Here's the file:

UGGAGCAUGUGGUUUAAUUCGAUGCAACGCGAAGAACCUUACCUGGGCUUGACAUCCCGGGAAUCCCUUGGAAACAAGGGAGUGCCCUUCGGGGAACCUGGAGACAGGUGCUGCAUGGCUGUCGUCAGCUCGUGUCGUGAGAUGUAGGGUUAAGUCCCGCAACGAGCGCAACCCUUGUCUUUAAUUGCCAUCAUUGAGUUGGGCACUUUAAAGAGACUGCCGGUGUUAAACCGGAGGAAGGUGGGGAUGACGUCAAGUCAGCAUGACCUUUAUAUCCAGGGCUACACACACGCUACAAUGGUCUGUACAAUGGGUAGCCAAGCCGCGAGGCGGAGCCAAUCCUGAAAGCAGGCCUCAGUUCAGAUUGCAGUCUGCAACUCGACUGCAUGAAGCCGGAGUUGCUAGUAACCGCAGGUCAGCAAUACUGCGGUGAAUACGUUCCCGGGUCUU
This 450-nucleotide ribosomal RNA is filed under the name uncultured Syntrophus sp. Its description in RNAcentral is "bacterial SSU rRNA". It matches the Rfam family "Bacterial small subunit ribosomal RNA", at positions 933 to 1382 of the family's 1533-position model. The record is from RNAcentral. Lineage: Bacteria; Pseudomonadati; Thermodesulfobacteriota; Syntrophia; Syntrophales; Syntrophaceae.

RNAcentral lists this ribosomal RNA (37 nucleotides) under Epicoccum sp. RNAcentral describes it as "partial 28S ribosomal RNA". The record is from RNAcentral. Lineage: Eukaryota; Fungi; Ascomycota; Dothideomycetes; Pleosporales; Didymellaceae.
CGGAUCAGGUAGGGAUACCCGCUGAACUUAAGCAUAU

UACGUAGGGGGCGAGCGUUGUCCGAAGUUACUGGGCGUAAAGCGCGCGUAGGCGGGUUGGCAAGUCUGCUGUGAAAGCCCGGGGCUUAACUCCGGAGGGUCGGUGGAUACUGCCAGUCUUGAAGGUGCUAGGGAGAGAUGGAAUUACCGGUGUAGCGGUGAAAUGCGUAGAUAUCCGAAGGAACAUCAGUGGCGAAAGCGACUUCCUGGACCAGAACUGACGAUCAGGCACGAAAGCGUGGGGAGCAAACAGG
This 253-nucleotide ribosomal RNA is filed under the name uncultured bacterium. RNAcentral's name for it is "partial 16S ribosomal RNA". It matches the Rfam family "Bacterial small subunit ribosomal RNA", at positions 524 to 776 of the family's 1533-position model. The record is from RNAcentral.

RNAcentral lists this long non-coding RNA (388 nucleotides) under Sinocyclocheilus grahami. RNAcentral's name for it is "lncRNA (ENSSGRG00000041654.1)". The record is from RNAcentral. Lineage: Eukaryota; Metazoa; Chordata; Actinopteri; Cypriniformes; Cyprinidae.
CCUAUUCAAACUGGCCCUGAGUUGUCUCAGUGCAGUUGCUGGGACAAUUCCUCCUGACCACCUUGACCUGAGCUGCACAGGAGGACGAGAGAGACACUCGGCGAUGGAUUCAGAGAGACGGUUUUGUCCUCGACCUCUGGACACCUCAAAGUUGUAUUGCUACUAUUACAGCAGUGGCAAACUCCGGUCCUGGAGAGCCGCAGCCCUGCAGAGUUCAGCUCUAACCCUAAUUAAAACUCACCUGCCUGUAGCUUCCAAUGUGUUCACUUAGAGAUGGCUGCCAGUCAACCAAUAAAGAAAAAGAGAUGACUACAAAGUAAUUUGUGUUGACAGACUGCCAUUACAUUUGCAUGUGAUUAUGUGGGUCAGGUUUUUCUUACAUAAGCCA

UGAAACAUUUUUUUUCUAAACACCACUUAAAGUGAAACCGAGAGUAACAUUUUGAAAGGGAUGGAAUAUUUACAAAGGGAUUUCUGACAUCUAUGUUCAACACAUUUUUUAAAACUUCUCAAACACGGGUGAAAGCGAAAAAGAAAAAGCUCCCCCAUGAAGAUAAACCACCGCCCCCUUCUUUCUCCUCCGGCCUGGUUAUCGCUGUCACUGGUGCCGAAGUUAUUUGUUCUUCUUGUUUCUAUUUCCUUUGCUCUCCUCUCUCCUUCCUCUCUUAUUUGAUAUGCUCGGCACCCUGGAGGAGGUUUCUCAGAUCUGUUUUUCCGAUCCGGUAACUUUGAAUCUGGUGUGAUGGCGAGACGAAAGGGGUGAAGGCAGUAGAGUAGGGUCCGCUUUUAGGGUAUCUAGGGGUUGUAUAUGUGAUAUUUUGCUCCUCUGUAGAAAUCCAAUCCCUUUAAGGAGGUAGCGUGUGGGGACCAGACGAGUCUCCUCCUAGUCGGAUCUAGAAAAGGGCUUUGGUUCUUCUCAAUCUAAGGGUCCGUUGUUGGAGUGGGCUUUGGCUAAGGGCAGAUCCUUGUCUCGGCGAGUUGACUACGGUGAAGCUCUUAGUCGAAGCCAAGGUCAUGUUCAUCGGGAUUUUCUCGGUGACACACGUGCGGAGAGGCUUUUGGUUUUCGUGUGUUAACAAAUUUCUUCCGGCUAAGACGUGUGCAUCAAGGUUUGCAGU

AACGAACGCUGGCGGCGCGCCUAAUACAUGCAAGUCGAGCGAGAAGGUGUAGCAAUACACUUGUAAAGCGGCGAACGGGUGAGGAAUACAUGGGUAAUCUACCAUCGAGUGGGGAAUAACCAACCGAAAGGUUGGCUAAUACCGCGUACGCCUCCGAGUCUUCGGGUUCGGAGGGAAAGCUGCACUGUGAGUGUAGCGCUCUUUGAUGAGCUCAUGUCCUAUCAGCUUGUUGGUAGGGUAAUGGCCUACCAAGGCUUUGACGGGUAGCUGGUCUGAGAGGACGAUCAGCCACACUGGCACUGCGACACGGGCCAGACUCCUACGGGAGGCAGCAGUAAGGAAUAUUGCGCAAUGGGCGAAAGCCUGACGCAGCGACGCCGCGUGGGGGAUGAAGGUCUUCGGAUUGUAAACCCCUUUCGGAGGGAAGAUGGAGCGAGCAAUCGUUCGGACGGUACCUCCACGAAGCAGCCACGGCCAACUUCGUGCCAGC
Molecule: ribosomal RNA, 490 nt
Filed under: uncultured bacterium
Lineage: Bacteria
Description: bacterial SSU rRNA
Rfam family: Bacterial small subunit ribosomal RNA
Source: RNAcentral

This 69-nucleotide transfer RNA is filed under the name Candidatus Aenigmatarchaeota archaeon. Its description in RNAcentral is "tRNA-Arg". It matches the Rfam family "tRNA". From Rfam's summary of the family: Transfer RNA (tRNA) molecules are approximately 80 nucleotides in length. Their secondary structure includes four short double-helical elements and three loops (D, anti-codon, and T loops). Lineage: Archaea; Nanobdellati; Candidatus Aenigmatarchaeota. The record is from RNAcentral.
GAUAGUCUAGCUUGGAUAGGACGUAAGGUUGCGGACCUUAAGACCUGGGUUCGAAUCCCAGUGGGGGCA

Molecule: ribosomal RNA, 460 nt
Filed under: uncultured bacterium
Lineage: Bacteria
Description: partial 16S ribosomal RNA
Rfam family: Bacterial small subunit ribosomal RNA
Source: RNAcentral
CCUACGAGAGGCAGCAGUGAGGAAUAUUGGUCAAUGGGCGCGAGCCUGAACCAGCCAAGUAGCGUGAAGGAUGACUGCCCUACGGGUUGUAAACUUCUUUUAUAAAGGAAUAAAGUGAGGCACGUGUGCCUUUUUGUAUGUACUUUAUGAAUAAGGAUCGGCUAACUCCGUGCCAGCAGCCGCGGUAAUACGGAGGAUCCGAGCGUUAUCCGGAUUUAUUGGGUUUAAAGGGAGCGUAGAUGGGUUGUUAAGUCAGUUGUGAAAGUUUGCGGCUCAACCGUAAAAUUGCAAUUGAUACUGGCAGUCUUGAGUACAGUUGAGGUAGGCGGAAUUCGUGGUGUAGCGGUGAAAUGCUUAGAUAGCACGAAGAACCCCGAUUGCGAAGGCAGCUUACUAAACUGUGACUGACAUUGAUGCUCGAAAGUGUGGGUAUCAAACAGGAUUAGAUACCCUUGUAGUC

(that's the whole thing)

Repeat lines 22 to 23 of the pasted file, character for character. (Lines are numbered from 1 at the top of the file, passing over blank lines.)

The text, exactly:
Description: partial 16S ribosomal RNA
Rfam family: Bacterial small subunit ribosomal RNA